Spain group gathers a million signatures for life

Spain group gathers a million signatures for life

A pro-life group in Spain has gathered nearly a million signatures on a petition opposing reforms to the nation’s abortion laws. The group, Derecho a Vivio (Right to Live) will send the petition to the Moncloa Palace, the official residence and office of Spain’s President, at the end of the month.

The petition voices strident opposition to a new abortion bill that would legalize non-medical abortions for the first fourteen weeks of pregnancy and allow girls as young as 16 to obtain abortions without parental consent.

Currently women are able to obtain abortions only with consent from a medical doctor, in cases of threat to the mother’s physical or mental health. Unfortunately, the mental health caveat of current legislation is loose enough to allow for more than 100,000 abortions every year in Spain. Proponents of the bill claim the new legislation would simply cover most of these abortion.

The new petition is only the most recent in a series of attempts by religious and pro-family organizations to stop the bill from passing and reassert the nation’s support for life. In October, millions gathered in Madrid in a pro-life rally to oppose the new legislation. Then last week, thousands of Catholics gathered outside Real Madrid’s Bernabeu stadium to protest the abortion legislation and oppose the various anti-family and anti-family initiatives of the current socialist government.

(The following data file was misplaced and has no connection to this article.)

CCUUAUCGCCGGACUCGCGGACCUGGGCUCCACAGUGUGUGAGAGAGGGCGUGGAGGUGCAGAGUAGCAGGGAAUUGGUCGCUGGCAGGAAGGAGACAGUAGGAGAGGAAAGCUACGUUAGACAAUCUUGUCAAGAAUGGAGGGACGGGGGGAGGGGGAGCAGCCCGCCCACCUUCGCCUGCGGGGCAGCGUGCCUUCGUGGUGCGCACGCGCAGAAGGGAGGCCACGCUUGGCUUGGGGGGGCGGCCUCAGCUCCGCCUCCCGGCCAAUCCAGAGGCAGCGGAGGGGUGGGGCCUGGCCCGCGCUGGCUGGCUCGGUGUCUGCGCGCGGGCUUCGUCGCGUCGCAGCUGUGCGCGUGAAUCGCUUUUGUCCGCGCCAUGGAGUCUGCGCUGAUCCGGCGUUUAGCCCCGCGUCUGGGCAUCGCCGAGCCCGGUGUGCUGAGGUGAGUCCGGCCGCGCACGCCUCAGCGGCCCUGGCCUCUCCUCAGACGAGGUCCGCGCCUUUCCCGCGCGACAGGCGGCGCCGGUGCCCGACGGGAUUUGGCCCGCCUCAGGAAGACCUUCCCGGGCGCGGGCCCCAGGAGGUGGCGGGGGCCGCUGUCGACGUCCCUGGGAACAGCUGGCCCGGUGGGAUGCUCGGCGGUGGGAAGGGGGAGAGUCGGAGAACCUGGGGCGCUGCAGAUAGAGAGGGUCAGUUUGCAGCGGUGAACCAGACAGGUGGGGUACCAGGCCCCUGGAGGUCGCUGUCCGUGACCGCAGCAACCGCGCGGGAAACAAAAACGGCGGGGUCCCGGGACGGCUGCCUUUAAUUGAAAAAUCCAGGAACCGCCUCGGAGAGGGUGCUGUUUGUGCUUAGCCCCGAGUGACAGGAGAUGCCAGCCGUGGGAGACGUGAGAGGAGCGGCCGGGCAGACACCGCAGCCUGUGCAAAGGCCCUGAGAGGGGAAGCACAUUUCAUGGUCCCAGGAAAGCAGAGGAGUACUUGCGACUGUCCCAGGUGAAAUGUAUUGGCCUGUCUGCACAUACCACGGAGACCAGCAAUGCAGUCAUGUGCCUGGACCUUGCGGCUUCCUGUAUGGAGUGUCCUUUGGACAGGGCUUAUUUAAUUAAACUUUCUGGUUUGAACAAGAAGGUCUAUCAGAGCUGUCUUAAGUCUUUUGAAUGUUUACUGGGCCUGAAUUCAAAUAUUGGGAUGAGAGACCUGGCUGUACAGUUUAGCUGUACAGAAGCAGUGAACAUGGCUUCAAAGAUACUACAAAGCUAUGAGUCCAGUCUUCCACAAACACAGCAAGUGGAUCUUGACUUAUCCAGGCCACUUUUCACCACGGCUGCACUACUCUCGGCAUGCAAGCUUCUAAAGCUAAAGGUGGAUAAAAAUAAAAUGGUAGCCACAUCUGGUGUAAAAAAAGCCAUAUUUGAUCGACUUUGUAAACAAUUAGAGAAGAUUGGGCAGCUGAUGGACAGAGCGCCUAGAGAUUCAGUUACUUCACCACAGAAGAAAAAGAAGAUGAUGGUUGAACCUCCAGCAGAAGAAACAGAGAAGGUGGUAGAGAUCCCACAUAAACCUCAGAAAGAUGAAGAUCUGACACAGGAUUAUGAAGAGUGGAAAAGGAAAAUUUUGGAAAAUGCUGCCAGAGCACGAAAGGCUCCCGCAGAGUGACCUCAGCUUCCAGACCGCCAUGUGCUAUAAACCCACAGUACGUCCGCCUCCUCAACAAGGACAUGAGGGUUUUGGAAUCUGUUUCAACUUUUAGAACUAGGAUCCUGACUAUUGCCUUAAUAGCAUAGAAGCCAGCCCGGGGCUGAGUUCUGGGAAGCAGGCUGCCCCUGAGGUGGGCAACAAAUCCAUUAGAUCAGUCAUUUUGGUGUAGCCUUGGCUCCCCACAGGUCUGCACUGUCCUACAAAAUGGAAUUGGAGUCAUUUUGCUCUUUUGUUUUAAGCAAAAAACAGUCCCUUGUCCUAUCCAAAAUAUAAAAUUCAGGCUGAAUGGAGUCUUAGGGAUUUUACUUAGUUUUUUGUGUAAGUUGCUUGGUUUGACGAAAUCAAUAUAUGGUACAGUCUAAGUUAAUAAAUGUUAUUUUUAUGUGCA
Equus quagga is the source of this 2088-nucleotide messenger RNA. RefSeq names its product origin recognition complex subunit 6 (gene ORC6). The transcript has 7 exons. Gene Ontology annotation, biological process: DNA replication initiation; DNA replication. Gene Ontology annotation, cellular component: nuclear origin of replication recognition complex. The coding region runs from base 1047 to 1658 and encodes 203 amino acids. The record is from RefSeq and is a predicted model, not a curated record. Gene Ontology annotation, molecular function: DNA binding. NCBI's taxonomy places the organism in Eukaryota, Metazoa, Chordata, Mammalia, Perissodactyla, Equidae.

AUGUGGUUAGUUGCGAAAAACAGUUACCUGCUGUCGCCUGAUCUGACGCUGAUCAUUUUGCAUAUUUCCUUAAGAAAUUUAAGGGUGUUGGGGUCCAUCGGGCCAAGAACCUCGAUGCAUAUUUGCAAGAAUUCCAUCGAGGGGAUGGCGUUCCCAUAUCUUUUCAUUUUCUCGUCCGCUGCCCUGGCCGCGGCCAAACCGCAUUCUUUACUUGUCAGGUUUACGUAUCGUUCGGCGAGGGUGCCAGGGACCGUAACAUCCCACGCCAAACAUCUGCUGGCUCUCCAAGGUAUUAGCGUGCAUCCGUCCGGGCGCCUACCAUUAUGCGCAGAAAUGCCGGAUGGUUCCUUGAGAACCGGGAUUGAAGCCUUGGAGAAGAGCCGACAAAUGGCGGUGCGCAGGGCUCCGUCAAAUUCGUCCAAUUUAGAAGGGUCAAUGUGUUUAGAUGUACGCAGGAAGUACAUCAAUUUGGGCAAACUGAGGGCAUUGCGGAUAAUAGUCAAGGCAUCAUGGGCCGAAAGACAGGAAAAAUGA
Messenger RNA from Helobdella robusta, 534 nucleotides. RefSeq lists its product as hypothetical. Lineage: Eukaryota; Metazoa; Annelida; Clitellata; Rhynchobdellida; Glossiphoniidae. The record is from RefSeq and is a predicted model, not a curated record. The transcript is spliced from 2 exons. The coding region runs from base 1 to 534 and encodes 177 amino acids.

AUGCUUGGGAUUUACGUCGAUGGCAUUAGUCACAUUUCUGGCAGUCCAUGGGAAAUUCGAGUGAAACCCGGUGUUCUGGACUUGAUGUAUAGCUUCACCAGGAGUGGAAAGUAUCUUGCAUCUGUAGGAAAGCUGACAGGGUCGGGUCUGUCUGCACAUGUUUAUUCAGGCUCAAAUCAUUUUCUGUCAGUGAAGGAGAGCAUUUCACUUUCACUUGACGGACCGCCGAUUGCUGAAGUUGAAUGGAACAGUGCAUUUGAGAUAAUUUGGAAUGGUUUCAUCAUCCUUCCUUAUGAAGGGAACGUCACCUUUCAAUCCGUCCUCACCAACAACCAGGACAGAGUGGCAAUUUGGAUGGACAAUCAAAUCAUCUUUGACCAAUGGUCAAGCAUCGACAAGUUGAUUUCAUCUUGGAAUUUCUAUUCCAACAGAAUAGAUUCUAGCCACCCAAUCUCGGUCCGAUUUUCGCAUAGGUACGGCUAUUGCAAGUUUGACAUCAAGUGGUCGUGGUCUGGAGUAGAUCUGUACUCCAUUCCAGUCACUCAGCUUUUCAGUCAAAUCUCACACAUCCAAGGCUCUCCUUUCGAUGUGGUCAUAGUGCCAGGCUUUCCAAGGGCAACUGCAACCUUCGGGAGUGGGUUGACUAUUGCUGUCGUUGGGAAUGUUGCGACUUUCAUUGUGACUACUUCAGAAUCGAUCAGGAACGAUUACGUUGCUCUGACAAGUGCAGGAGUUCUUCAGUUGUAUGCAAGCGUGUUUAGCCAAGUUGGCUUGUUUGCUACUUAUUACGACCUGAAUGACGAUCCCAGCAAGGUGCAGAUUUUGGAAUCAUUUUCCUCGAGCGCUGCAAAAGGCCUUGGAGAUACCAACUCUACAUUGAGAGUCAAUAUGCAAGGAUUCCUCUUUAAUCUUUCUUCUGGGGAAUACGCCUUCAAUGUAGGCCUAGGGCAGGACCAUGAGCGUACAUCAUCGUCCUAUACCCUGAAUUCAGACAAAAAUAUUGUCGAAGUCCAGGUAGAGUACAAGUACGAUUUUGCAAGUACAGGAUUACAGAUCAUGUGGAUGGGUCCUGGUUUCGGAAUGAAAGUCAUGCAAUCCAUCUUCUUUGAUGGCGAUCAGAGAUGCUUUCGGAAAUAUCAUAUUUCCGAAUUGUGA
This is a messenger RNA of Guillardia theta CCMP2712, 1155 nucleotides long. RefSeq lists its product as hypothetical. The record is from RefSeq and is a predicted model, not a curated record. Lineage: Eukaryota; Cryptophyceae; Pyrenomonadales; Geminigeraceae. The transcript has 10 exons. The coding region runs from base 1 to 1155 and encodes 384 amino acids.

The bill expanding legal abortions, which was introduced last year, passed the nation’s Congress of Deputies with a 184-158 vote on December 17. The Senate is now expected to vote on the bill earlier this year.

2 Comments
  • Anthony Ozimic
    Posted at 04:14h, 05 January Reply

    Just one small point: Spain is a monarchy and therefore has a king and a prime minister, not a president.

    • United Families International
      Posted at 12:59h, 05 January Reply

      The Prime Minister of Spain is known, in Spanish, as the Presidente del Gobierno, which translates to President of the Government. That is why we used the term President. We apologize for any confusion.

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